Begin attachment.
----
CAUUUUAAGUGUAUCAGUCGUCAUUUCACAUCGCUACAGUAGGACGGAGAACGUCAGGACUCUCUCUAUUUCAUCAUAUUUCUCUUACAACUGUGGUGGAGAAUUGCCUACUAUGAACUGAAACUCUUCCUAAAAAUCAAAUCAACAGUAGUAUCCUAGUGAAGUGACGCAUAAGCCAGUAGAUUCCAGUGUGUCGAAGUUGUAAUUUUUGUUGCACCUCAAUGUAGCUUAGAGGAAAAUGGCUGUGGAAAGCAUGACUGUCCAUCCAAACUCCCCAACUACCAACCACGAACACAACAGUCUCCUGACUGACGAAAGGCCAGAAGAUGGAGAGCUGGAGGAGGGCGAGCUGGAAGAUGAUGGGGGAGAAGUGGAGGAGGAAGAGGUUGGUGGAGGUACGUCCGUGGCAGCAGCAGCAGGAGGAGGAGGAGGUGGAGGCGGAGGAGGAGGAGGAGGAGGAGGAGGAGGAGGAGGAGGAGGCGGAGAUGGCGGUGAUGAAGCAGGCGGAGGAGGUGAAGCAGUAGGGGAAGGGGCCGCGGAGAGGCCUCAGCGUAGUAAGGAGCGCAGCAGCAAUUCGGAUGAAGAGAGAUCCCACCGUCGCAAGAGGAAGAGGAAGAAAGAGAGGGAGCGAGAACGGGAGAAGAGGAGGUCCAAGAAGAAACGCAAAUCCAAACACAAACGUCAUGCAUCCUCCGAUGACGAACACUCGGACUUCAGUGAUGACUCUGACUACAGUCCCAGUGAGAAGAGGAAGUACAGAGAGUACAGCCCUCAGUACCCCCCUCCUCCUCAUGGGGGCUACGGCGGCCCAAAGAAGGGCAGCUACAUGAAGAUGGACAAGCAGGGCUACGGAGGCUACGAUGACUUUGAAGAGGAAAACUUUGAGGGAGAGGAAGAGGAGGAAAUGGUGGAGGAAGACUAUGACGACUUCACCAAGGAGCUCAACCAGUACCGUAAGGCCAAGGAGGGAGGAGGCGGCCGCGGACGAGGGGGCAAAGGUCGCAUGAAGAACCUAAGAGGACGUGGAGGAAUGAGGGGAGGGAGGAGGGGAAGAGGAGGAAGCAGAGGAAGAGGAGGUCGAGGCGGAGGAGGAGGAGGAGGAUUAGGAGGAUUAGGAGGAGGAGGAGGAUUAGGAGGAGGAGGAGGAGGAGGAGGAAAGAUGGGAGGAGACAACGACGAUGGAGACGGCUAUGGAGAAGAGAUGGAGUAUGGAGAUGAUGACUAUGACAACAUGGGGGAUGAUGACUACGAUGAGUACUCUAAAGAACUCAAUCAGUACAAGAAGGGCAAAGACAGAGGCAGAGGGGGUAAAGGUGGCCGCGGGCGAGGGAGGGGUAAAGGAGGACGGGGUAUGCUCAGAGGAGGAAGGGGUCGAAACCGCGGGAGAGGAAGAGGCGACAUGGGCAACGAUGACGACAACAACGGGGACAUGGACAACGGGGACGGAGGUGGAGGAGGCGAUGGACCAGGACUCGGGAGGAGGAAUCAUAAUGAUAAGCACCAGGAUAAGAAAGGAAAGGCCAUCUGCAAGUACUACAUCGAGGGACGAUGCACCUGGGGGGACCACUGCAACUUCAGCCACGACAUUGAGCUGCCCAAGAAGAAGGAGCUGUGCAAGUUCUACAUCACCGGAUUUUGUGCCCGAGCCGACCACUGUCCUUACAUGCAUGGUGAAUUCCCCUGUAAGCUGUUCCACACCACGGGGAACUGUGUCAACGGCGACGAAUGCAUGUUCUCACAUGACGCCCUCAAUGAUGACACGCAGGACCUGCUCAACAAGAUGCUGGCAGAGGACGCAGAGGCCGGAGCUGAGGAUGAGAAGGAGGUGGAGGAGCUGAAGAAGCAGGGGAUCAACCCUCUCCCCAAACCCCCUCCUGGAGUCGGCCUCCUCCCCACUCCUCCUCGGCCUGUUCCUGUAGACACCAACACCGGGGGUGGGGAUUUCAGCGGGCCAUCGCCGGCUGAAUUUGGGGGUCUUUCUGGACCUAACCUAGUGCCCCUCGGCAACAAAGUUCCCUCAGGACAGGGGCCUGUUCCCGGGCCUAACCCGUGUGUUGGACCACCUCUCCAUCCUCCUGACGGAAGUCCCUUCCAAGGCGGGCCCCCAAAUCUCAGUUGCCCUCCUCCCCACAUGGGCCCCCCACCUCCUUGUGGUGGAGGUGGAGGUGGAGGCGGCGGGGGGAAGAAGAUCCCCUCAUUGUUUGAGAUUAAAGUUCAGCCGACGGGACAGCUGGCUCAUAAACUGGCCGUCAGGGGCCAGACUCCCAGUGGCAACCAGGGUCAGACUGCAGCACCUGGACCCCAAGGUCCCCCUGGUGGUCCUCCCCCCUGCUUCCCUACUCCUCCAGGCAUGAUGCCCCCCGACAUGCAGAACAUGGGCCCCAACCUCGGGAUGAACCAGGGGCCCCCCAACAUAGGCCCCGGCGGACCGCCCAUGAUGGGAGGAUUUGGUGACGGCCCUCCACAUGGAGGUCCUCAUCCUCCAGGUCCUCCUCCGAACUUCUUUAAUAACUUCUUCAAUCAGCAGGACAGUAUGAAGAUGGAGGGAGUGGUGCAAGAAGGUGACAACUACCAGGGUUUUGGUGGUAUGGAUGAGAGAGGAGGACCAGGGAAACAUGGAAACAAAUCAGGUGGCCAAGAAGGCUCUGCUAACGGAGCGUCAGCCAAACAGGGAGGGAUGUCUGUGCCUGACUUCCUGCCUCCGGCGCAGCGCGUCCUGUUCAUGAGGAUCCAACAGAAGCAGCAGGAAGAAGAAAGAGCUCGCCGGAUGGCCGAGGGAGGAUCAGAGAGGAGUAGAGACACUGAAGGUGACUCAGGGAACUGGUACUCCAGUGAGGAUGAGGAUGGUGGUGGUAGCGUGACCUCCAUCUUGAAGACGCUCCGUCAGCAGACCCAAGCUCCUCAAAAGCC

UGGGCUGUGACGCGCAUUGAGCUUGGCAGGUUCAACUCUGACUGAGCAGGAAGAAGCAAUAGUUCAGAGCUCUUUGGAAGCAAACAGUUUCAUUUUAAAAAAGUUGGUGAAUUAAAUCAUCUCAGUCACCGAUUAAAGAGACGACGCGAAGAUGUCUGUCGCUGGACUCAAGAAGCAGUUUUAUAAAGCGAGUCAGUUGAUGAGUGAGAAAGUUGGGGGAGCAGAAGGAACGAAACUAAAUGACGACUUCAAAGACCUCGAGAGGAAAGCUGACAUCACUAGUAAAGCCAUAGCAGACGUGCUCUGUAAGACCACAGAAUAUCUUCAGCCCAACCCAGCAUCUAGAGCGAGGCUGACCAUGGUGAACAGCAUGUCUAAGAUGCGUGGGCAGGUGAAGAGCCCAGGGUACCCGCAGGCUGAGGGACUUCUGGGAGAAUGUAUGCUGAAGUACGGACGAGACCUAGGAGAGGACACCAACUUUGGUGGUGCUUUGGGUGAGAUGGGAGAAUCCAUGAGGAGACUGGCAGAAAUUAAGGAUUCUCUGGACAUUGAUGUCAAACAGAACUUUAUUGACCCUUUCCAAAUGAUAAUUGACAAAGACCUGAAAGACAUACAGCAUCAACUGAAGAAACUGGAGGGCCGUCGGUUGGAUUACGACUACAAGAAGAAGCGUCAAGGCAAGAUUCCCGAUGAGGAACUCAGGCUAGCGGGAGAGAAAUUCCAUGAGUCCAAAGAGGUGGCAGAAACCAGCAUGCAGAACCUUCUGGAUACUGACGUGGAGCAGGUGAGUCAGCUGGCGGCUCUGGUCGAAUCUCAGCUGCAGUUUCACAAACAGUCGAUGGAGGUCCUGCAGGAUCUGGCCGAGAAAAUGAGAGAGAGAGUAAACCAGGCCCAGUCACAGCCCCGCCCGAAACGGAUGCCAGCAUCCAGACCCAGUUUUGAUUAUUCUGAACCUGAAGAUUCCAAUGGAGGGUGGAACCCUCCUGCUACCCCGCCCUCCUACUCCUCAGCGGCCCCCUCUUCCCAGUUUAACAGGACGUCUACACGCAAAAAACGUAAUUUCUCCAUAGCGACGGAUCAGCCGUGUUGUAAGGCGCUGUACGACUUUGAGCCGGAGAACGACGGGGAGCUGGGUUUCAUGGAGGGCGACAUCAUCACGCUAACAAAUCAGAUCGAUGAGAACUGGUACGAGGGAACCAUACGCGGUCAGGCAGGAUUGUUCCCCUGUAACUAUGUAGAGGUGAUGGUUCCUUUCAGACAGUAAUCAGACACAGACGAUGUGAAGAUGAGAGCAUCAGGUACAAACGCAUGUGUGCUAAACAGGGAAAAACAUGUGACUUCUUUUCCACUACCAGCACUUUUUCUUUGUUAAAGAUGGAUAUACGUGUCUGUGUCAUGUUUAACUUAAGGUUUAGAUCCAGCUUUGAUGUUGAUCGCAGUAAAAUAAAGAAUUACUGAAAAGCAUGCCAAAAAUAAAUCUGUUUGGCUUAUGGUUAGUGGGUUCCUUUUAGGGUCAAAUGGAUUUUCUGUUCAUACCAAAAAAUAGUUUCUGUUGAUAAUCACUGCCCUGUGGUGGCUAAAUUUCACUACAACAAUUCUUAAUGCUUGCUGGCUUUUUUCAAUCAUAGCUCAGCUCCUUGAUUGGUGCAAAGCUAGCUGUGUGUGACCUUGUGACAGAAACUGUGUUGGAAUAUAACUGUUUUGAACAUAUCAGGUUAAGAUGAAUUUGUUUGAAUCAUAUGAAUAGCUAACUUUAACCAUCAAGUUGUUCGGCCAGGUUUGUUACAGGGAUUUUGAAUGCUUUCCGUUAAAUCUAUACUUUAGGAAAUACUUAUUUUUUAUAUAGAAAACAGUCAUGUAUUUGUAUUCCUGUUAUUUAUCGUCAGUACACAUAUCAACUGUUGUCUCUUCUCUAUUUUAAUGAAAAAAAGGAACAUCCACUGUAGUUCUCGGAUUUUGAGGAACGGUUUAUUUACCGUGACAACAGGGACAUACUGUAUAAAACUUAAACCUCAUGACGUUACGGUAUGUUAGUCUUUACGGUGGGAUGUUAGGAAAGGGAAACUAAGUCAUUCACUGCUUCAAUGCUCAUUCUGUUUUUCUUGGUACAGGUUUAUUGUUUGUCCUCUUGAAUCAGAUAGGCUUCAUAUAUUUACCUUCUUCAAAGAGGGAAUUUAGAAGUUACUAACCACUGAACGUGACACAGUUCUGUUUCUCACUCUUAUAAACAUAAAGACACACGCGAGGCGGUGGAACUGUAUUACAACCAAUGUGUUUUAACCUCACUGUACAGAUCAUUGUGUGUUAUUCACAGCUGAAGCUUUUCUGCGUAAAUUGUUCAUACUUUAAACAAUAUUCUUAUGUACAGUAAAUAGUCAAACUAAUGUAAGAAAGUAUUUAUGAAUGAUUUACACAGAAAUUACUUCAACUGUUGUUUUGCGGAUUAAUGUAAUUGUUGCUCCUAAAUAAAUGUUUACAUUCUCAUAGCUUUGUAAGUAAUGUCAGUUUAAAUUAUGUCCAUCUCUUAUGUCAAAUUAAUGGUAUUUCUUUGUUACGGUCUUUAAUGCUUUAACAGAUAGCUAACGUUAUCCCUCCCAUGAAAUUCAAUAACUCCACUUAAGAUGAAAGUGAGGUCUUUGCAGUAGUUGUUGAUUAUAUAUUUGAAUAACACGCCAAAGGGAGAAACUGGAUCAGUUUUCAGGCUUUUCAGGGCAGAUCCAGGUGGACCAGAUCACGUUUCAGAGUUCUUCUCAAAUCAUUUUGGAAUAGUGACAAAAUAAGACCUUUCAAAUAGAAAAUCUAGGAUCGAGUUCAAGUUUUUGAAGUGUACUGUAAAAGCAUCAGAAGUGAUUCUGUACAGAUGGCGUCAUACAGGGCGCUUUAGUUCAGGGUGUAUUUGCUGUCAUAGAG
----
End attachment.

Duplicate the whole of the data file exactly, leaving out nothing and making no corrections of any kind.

CAUUUUAAGUGUAUCAGUCGUCAUUUCACAUCGCUACAGUAGGACGGAGAACGUCAGGACUCUCUCUAUUUCAUCAUAUUUCUCUUACAACUGUGGUGGAGAAUUGCCUACUAUGAACUGAAACUCUUCCUAAAAAUCAAAUCAACAGUAGUAUCCUAGUGAAGUGACGCAUAAGCCAGUAGAUUCCAGUGUGUCGAAGUUGUAAUUUUUGUUGCACCUCAAUGUAGCUUAGAGGAAAAUGGCUGUGGAAAGCAUGACUGUCCAUCCAAACUCCCCAACUACCAACCACGAACACAACAGUCUCCUGACUGACGAAAGGCCAGAAGAUGGAGAGCUGGAGGAGGGCGAGCUGGAAGAUGAUGGGGGAGAAGUGGAGGAGGAAGAGGUUGGUGGAGGUACGUCCGUGGCAGCAGCAGCAGGAGGAGGAGGAGGUGGAGGCGGAGGAGGAGGAGGAGGAGGAGGAGGAGGAGGAGGAGGAGGCGGAGAUGGCGGUGAUGAAGCAGGCGGAGGAGGUGAAGCAGUAGGGGAAGGGGCCGCGGAGAGGCCUCAGCGUAGUAAGGAGCGCAGCAGCAAUUCGGAUGAAGAGAGAUCCCACCGUCGCAAGAGGAAGAGGAAGAAAGAGAGGGAGCGAGAACGGGAGAAGAGGAGGUCCAAGAAGAAACGCAAAUCCAAACACAAACGUCAUGCAUCCUCCGAUGACGAACACUCGGACUUCAGUGAUGACUCUGACUACAGUCCCAGUGAGAAGAGGAAGUACAGAGAGUACAGCCCUCAGUACCCCCCUCCUCCUCAUGGGGGCUACGGCGGCCCAAAGAAGGGCAGCUACAUGAAGAUGGACAAGCAGGGCUACGGAGGCUACGAUGACUUUGAAGAGGAAAACUUUGAGGGAGAGGAAGAGGAGGAAAUGGUGGAGGAAGACUAUGACGACUUCACCAAGGAGCUCAACCAGUACCGUAAGGCCAAGGAGGGAGGAGGCGGCCGCGGACGAGGGGGCAAAGGUCGCAUGAAGAACCUAAGAGGACGUGGAGGAAUGAGGGGAGGGAGGAGGGGAAGAGGAGGAAGCAGAGGAAGAGGAGGUCGAGGCGGAGGAGGAGGAGGAGGAUUAGGAGGAUUAGGAGGAGGAGGAGGAUUAGGAGGAGGAGGAGGAGGAGGAGGAAAGAUGGGAGGAGACAACGACGAUGGAGACGGCUAUGGAGAAGAGAUGGAGUAUGGAGAUGAUGACUAUGACAACAUGGGGGAUGAUGACUACGAUGAGUACUCUAAAGAACUCAAUCAGUACAAGAAGGGCAAAGACAGAGGCAGAGGGGGUAAAGGUGGCCGCGGGCGAGGGAGGGGUAAAGGAGGACGGGGUAUGCUCAGAGGAGGAAGGGGUCGAAACCGCGGGAGAGGAAGAGGCGACAUGGGCAACGAUGACGACAACAACGGGGACAUGGACAACGGGGACGGAGGUGGAGGAGGCGAUGGACCAGGACUCGGGAGGAGGAAUCAUAAUGAUAAGCACCAGGAUAAGAAAGGAAAGGCCAUCUGCAAGUACUACAUCGAGGGACGAUGCACCUGGGGGGACCACUGCAACUUCAGCCACGACAUUGAGCUGCCCAAGAAGAAGGAGCUGUGCAAGUUCUACAUCACCGGAUUUUGUGCCCGAGCCGACCACUGUCCUUACAUGCAUGGUGAAUUCCCCUGUAAGCUGUUCCACACCACGGGGAACUGUGUCAACGGCGACGAAUGCAUGUUCUCACAUGACGCCCUCAAUGAUGACACGCAGGACCUGCUCAACAAGAUGCUGGCAGAGGACGCAGAGGCCGGAGCUGAGGAUGAGAAGGAGGUGGAGGAGCUGAAGAAGCAGGGGAUCAACCCUCUCCCCAAACCCCCUCCUGGAGUCGGCCUCCUCCCCACUCCUCCUCGGCCUGUUCCUGUAGACACCAACACCGGGGGUGGGGAUUUCAGCGGGCCAUCGCCGGCUGAAUUUGGGGGUCUUUCUGGACCUAACCUAGUGCCCCUCGGCAACAAAGUUCCCUCAGGACAGGGGCCUGUUCCCGGGCCUAACCCGUGUGUUGGACCACCUCUCCAUCCUCCUGACGGAAGUCCCUUCCAAGGCGGGCCCCCAAAUCUCAGUUGCCCUCCUCCCCACAUGGGCCCCCCACCUCCUUGUGGUGGAGGUGGAGGUGGAGGCGGCGGGGGGAAGAAGAUCCCCUCAUUGUUUGAGAUUAAAGUUCAGCCGACGGGACAGCUGGCUCAUAAACUGGCCGUCAGGGGCCAGACUCCCAGUGGCAACCAGGGUCAGACUGCAGCACCUGGACCCCAAGGUCCCCCUGGUGGUCCUCCCCCCUGCUUCCCUACUCCUCCAGGCAUGAUGCCCCCCGACAUGCAGAACAUGGGCCCCAACCUCGGGAUGAACCAGGGGCCCCCCAACAUAGGCCCCGGCGGACCGCCCAUGAUGGGAGGAUUUGGUGACGGCCCUCCACAUGGAGGUCCUCAUCCUCCAGGUCCUCCUCCGAACUUCUUUAAUAACUUCUUCAAUCAGCAGGACAGUAUGAAGAUGGAGGGAGUGGUGCAAGAAGGUGACAACUACCAGGGUUUUGGUGGUAUGGAUGAGAGAGGAGGACCAGGGAAACAUGGAAACAAAUCAGGUGGCCAAGAAGGCUCUGCUAACGGAGCGUCAGCCAAACAGGGAGGGAUGUCUGUGCCUGACUUCCUGCCUCCGGCGCAGCGCGUCCUGUUCAUGAGGAUCCAACAGAAGCAGCAGGAAGAAGAAAGAGCUCGCCGGAUGGCCGAGGGAGGAUCAGAGAGGAGUAGAGACACUGAAGGUGACUCAGGGAACUGGUACUCCAGUGAGGAUGAGGAUGGUGGUGGUAGCGUGACCUCCAUCUUGAAGACGCUCCGUCAGCAGACCCAAGCUCCUCAAAAGCC

UGGGCUGUGACGCGCAUUGAGCUUGGCAGGUUCAACUCUGACUGAGCAGGAAGAAGCAAUAGUUCAGAGCUCUUUGGAAGCAAACAGUUUCAUUUUAAAAAAGUUGGUGAAUUAAAUCAUCUCAGUCACCGAUUAAAGAGACGACGCGAAGAUGUCUGUCGCUGGACUCAAGAAGCAGUUUUAUAAAGCGAGUCAGUUGAUGAGUGAGAAAGUUGGGGGAGCAGAAGGAACGAAACUAAAUGACGACUUCAAAGACCUCGAGAGGAAAGCUGACAUCACUAGUAAAGCCAUAGCAGACGUGCUCUGUAAGACCACAGAAUAUCUUCAGCCCAACCCAGCAUCUAGAGCGAGGCUGACCAUGGUGAACAGCAUGUCUAAGAUGCGUGGGCAGGUGAAGAGCCCAGGGUACCCGCAGGCUGAGGGACUUCUGGGAGAAUGUAUGCUGAAGUACGGACGAGACCUAGGAGAGGACACCAACUUUGGUGGUGCUUUGGGUGAGAUGGGAGAAUCCAUGAGGAGACUGGCAGAAAUUAAGGAUUCUCUGGACAUUGAUGUCAAACAGAACUUUAUUGACCCUUUCCAAAUGAUAAUUGACAAAGACCUGAAAGACAUACAGCAUCAACUGAAGAAACUGGAGGGCCGUCGGUUGGAUUACGACUACAAGAAGAAGCGUCAAGGCAAGAUUCCCGAUGAGGAACUCAGGCUAGCGGGAGAGAAAUUCCAUGAGUCCAAAGAGGUGGCAGAAACCAGCAUGCAGAACCUUCUGGAUACUGACGUGGAGCAGGUGAGUCAGCUGGCGGCUCUGGUCGAAUCUCAGCUGCAGUUUCACAAACAGUCGAUGGAGGUCCUGCAGGAUCUGGCCGAGAAAAUGAGAGAGAGAGUAAACCAGGCCCAGUCACAGCCCCGCCCGAAACGGAUGCCAGCAUCCAGACCCAGUUUUGAUUAUUCUGAACCUGAAGAUUCCAAUGGAGGGUGGAACCCUCCUGCUACCCCGCCCUCCUACUCCUCAGCGGCCCCCUCUUCCCAGUUUAACAGGACGUCUACACGCAAAAAACGUAAUUUCUCCAUAGCGACGGAUCAGCCGUGUUGUAAGGCGCUGUACGACUUUGAGCCGGAGAACGACGGGGAGCUGGGUUUCAUGGAGGGCGACAUCAUCACGCUAACAAAUCAGAUCGAUGAGAACUGGUACGAGGGAACCAUACGCGGUCAGGCAGGAUUGUUCCCCUGUAACUAUGUAGAGGUGAUGGUUCCUUUCAGACAGUAAUCAGACACAGACGAUGUGAAGAUGAGAGCAUCAGGUACAAACGCAUGUGUGCUAAACAGGGAAAAACAUGUGACUUCUUUUCCACUACCAGCACUUUUUCUUUGUUAAAGAUGGAUAUACGUGUCUGUGUCAUGUUUAACUUAAGGUUUAGAUCCAGCUUUGAUGUUGAUCGCAGUAAAAUAAAGAAUUACUGAAAAGCAUGCCAAAAAUAAAUCUGUUUGGCUUAUGGUUAGUGGGUUCCUUUUAGGGUCAAAUGGAUUUUCUGUUCAUACCAAAAAAUAGUUUCUGUUGAUAAUCACUGCCCUGUGGUGGCUAAAUUUCACUACAACAAUUCUUAAUGCUUGCUGGCUUUUUUCAAUCAUAGCUCAGCUCCUUGAUUGGUGCAAAGCUAGCUGUGUGUGACCUUGUGACAGAAACUGUGUUGGAAUAUAACUGUUUUGAACAUAUCAGGUUAAGAUGAAUUUGUUUGAAUCAUAUGAAUAGCUAACUUUAACCAUCAAGUUGUUCGGCCAGGUUUGUUACAGGGAUUUUGAAUGCUUUCCGUUAAAUCUAUACUUUAGGAAAUACUUAUUUUUUAUAUAGAAAACAGUCAUGUAUUUGUAUUCCUGUUAUUUAUCGUCAGUACACAUAUCAACUGUUGUCUCUUCUCUAUUUUAAUGAAAAAAAGGAACAUCCACUGUAGUUCUCGGAUUUUGAGGAACGGUUUAUUUACCGUGACAACAGGGACAUACUGUAUAAAACUUAAACCUCAUGACGUUACGGUAUGUUAGUCUUUACGGUGGGAUGUUAGGAAAGGGAAACUAAGUCAUUCACUGCUUCAAUGCUCAUUCUGUUUUUCUUGGUACAGGUUUAUUGUUUGUCCUCUUGAAUCAGAUAGGCUUCAUAUAUUUACCUUCUUCAAAGAGGGAAUUUAGAAGUUACUAACCACUGAACGUGACACAGUUCUGUUUCUCACUCUUAUAAACAUAAAGACACACGCGAGGCGGUGGAACUGUAUUACAACCAAUGUGUUUUAACCUCACUGUACAGAUCAUUGUGUGUUAUUCACAGCUGAAGCUUUUCUGCGUAAAUUGUUCAUACUUUAAACAAUAUUCUUAUGUACAGUAAAUAGUCAAACUAAUGUAAGAAAGUAUUUAUGAAUGAUUUACACAGAAAUUACUUCAACUGUUGUUUUGCGGAUUAAUGUAAUUGUUGCUCCUAAAUAAAUGUUUACAUUCUCAUAGCUUUGUAAGUAAUGUCAGUUUAAAUUAUGUCCAUCUCUUAUGUCAAAUUAAUGGUAUUUCUUUGUUACGGUCUUUAAUGCUUUAACAGAUAGCUAACGUUAUCCCUCCCAUGAAAUUCAAUAACUCCACUUAAGAUGAAAGUGAGGUCUUUGCAGUAGUUGUUGAUUAUAUAUUUGAAUAACACGCCAAAGGGAGAAACUGGAUCAGUUUUCAGGCUUUUCAGGGCAGAUCCAGGUGGACCAGAUCACGUUUCAGAGUUCUUCUCAAAUCAUUUUGGAAUAGUGACAAAAUAAGACCUUUCAAAUAGAAAAUCUAGGAUCGAGUUCAAGUUUUUGAAGUGUACUGUAAAAGCAUCAGAAGUGAUUCUGUACAGAUGGCGUCAUACAGGGCGCUUUAGUUCAGGGUGUAUUUGCUGUCAUAGAG